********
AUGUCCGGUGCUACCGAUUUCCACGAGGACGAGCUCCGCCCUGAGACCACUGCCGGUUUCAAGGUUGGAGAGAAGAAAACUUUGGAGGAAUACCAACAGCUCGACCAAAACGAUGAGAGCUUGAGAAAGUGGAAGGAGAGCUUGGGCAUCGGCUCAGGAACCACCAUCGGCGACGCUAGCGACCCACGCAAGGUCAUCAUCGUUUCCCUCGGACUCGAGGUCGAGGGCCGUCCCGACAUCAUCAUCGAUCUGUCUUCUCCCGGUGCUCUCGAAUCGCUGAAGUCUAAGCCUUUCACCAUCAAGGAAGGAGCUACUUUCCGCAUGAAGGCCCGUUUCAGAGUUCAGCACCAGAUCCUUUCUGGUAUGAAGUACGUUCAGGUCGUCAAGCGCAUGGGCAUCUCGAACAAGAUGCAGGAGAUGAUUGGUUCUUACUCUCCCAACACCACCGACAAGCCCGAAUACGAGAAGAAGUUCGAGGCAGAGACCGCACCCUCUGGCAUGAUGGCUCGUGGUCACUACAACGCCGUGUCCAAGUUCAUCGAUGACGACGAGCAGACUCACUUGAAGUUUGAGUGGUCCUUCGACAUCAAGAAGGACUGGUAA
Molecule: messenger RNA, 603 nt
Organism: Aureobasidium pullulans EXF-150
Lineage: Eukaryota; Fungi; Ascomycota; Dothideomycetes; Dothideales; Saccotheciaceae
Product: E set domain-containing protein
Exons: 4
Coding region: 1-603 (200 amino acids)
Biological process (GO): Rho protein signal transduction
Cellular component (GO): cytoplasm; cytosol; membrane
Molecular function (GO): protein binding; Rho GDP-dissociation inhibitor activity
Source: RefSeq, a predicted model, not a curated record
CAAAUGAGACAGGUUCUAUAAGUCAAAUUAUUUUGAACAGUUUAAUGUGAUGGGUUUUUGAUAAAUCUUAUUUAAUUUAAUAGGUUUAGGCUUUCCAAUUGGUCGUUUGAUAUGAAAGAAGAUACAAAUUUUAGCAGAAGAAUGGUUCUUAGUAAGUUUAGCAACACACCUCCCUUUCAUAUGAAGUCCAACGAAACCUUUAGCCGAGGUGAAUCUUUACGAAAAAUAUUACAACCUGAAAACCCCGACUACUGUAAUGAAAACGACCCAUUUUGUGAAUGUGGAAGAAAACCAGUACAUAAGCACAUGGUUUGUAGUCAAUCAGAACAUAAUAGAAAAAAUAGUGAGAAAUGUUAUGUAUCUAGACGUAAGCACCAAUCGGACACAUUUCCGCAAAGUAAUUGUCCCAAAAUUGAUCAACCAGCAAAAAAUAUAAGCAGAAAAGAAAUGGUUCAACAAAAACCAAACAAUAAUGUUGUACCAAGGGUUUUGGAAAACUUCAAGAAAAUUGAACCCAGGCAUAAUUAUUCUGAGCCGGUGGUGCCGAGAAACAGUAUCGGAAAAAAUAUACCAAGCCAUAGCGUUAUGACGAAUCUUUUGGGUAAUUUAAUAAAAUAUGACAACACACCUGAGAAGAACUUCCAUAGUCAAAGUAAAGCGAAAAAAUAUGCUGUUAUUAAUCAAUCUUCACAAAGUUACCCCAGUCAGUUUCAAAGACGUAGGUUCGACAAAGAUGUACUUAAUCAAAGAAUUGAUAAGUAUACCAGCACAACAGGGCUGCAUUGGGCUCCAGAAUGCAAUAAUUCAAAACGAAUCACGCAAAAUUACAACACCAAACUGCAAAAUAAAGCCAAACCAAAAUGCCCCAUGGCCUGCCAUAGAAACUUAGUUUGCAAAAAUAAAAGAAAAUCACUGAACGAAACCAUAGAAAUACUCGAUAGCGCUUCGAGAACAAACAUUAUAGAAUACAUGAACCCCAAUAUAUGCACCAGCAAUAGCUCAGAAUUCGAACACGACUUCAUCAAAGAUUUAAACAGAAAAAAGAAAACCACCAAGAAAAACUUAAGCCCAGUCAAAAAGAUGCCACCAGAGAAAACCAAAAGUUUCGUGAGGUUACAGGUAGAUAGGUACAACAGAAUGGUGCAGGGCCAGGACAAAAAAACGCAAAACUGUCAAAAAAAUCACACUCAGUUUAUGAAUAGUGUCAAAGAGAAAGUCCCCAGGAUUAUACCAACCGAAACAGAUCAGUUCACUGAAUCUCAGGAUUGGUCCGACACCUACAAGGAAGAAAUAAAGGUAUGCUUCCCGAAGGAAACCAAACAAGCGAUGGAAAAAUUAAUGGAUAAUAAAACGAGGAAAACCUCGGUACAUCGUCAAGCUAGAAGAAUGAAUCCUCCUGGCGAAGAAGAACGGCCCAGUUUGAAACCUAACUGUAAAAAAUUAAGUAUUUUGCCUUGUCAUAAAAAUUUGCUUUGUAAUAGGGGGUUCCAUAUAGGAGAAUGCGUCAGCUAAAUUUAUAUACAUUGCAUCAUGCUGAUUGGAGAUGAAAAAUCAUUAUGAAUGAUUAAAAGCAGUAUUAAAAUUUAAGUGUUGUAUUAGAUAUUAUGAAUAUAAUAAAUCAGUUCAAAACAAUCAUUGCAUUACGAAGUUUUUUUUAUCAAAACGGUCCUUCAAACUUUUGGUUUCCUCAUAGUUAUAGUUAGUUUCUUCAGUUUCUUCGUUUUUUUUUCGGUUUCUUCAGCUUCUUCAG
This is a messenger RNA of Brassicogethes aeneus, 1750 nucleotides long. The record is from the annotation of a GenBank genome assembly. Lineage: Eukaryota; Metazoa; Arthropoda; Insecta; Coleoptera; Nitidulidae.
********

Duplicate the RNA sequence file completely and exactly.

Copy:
AUGUCCGGUGCUACCGAUUUCCACGAGGACGAGCUCCGCCCUGAGACCACUGCCGGUUUCAAGGUUGGAGAGAAGAAAACUUUGGAGGAAUACCAACAGCUCGACCAAAACGAUGAGAGCUUGAGAAAGUGGAAGGAGAGCUUGGGCAUCGGCUCAGGAACCACCAUCGGCGACGCUAGCGACCCACGCAAGGUCAUCAUCGUUUCCCUCGGACUCGAGGUCGAGGGCCGUCCCGACAUCAUCAUCGAUCUGUCUUCUCCCGGUGCUCUCGAAUCGCUGAAGUCUAAGCCUUUCACCAUCAAGGAAGGAGCUACUUUCCGCAUGAAGGCCCGUUUCAGAGUUCAGCACCAGAUCCUUUCUGGUAUGAAGUACGUUCAGGUCGUCAAGCGCAUGGGCAUCUCGAACAAGAUGCAGGAGAUGAUUGGUUCUUACUCUCCCAACACCACCGACAAGCCCGAAUACGAGAAGAAGUUCGAGGCAGAGACCGCACCCUCUGGCAUGAUGGCUCGUGGUCACUACAACGCCGUGUCCAAGUUCAUCGAUGACGACGAGCAGACUCACUUGAAGUUUGAGUGGUCCUUCGACAUCAAGAAGGACUGGUAA
Molecule: messenger RNA, 603 nt
Organism: Aureobasidium pullulans EXF-150
Lineage: Eukaryota; Fungi; Ascomycota; Dothideomycetes; Dothideales; Saccotheciaceae
Product: E set domain-containing protein
Exons: 4
Coding region: 1-603 (200 amino acids)
Biological process (GO): Rho protein signal transduction
Cellular component (GO): cytoplasm; cytosol; membrane
Molecular function (GO): protein binding; Rho GDP-dissociation inhibitor activity
Source: RefSeq, a predicted model, not a curated record
CAAAUGAGACAGGUUCUAUAAGUCAAAUUAUUUUGAACAGUUUAAUGUGAUGGGUUUUUGAUAAAUCUUAUUUAAUUUAAUAGGUUUAGGCUUUCCAAUUGGUCGUUUGAUAUGAAAGAAGAUACAAAUUUUAGCAGAAGAAUGGUUCUUAGUAAGUUUAGCAACACACCUCCCUUUCAUAUGAAGUCCAACGAAACCUUUAGCCGAGGUGAAUCUUUACGAAAAAUAUUACAACCUGAAAACCCCGACUACUGUAAUGAAAACGACCCAUUUUGUGAAUGUGGAAGAAAACCAGUACAUAAGCACAUGGUUUGUAGUCAAUCAGAACAUAAUAGAAAAAAUAGUGAGAAAUGUUAUGUAUCUAGACGUAAGCACCAAUCGGACACAUUUCCGCAAAGUAAUUGUCCCAAAAUUGAUCAACCAGCAAAAAAUAUAAGCAGAAAAGAAAUGGUUCAACAAAAACCAAACAAUAAUGUUGUACCAAGGGUUUUGGAAAACUUCAAGAAAAUUGAACCCAGGCAUAAUUAUUCUGAGCCGGUGGUGCCGAGAAACAGUAUCGGAAAAAAUAUACCAAGCCAUAGCGUUAUGACGAAUCUUUUGGGUAAUUUAAUAAAAUAUGACAACACACCUGAGAAGAACUUCCAUAGUCAAAGUAAAGCGAAAAAAUAUGCUGUUAUUAAUCAAUCUUCACAAAGUUACCCCAGUCAGUUUCAAAGACGUAGGUUCGACAAAGAUGUACUUAAUCAAAGAAUUGAUAAGUAUACCAGCACAACAGGGCUGCAUUGGGCUCCAGAAUGCAAUAAUUCAAAACGAAUCACGCAAAAUUACAACACCAAACUGCAAAAUAAAGCCAAACCAAAAUGCCCCAUGGCCUGCCAUAGAAACUUAGUUUGCAAAAAUAAAAGAAAAUCACUGAACGAAACCAUAGAAAUACUCGAUAGCGCUUCGAGAACAAACAUUAUAGAAUACAUGAACCCCAAUAUAUGCACCAGCAAUAGCUCAGAAUUCGAACACGACUUCAUCAAAGAUUUAAACAGAAAAAAGAAAACCACCAAGAAAAACUUAAGCCCAGUCAAAAAGAUGCCACCAGAGAAAACCAAAAGUUUCGUGAGGUUACAGGUAGAUAGGUACAACAGAAUGGUGCAGGGCCAGGACAAAAAAACGCAAAACUGUCAAAAAAAUCACACUCAGUUUAUGAAUAGUGUCAAAGAGAAAGUCCCCAGGAUUAUACCAACCGAAACAGAUCAGUUCACUGAAUCUCAGGAUUGGUCCGACACCUACAAGGAAGAAAUAAAGGUAUGCUUCCCGAAGGAAACCAAACAAGCGAUGGAAAAAUUAAUGGAUAAUAAAACGAGGAAAACCUCGGUACAUCGUCAAGCUAGAAGAAUGAAUCCUCCUGGCGAAGAAGAACGGCCCAGUUUGAAACCUAACUGUAAAAAAUUAAGUAUUUUGCCUUGUCAUAAAAAUUUGCUUUGUAAUAGGGGGUUCCAUAUAGGAGAAUGCGUCAGCUAAAUUUAUAUACAUUGCAUCAUGCUGAUUGGAGAUGAAAAAUCAUUAUGAAUGAUUAAAAGCAGUAUUAAAAUUUAAGUGUUGUAUUAGAUAUUAUGAAUAUAAUAAAUCAGUUCAAAACAAUCAUUGCAUUACGAAGUUUUUUUUAUCAAAACGGUCCUUCAAACUUUUGGUUUCCUCAUAGUUAUAGUUAGUUUCUUCAGUUUCUUCGUUUUUUUUUCGGUUUCUUCAGCUUCUUCAG
This is a messenger RNA of Brassicogethes aeneus, 1750 nucleotides long. The record is from the annotation of a GenBank genome assembly. Lineage: Eukaryota; Metazoa; Arthropoda; Insecta; Coleoptera; Nitidulidae.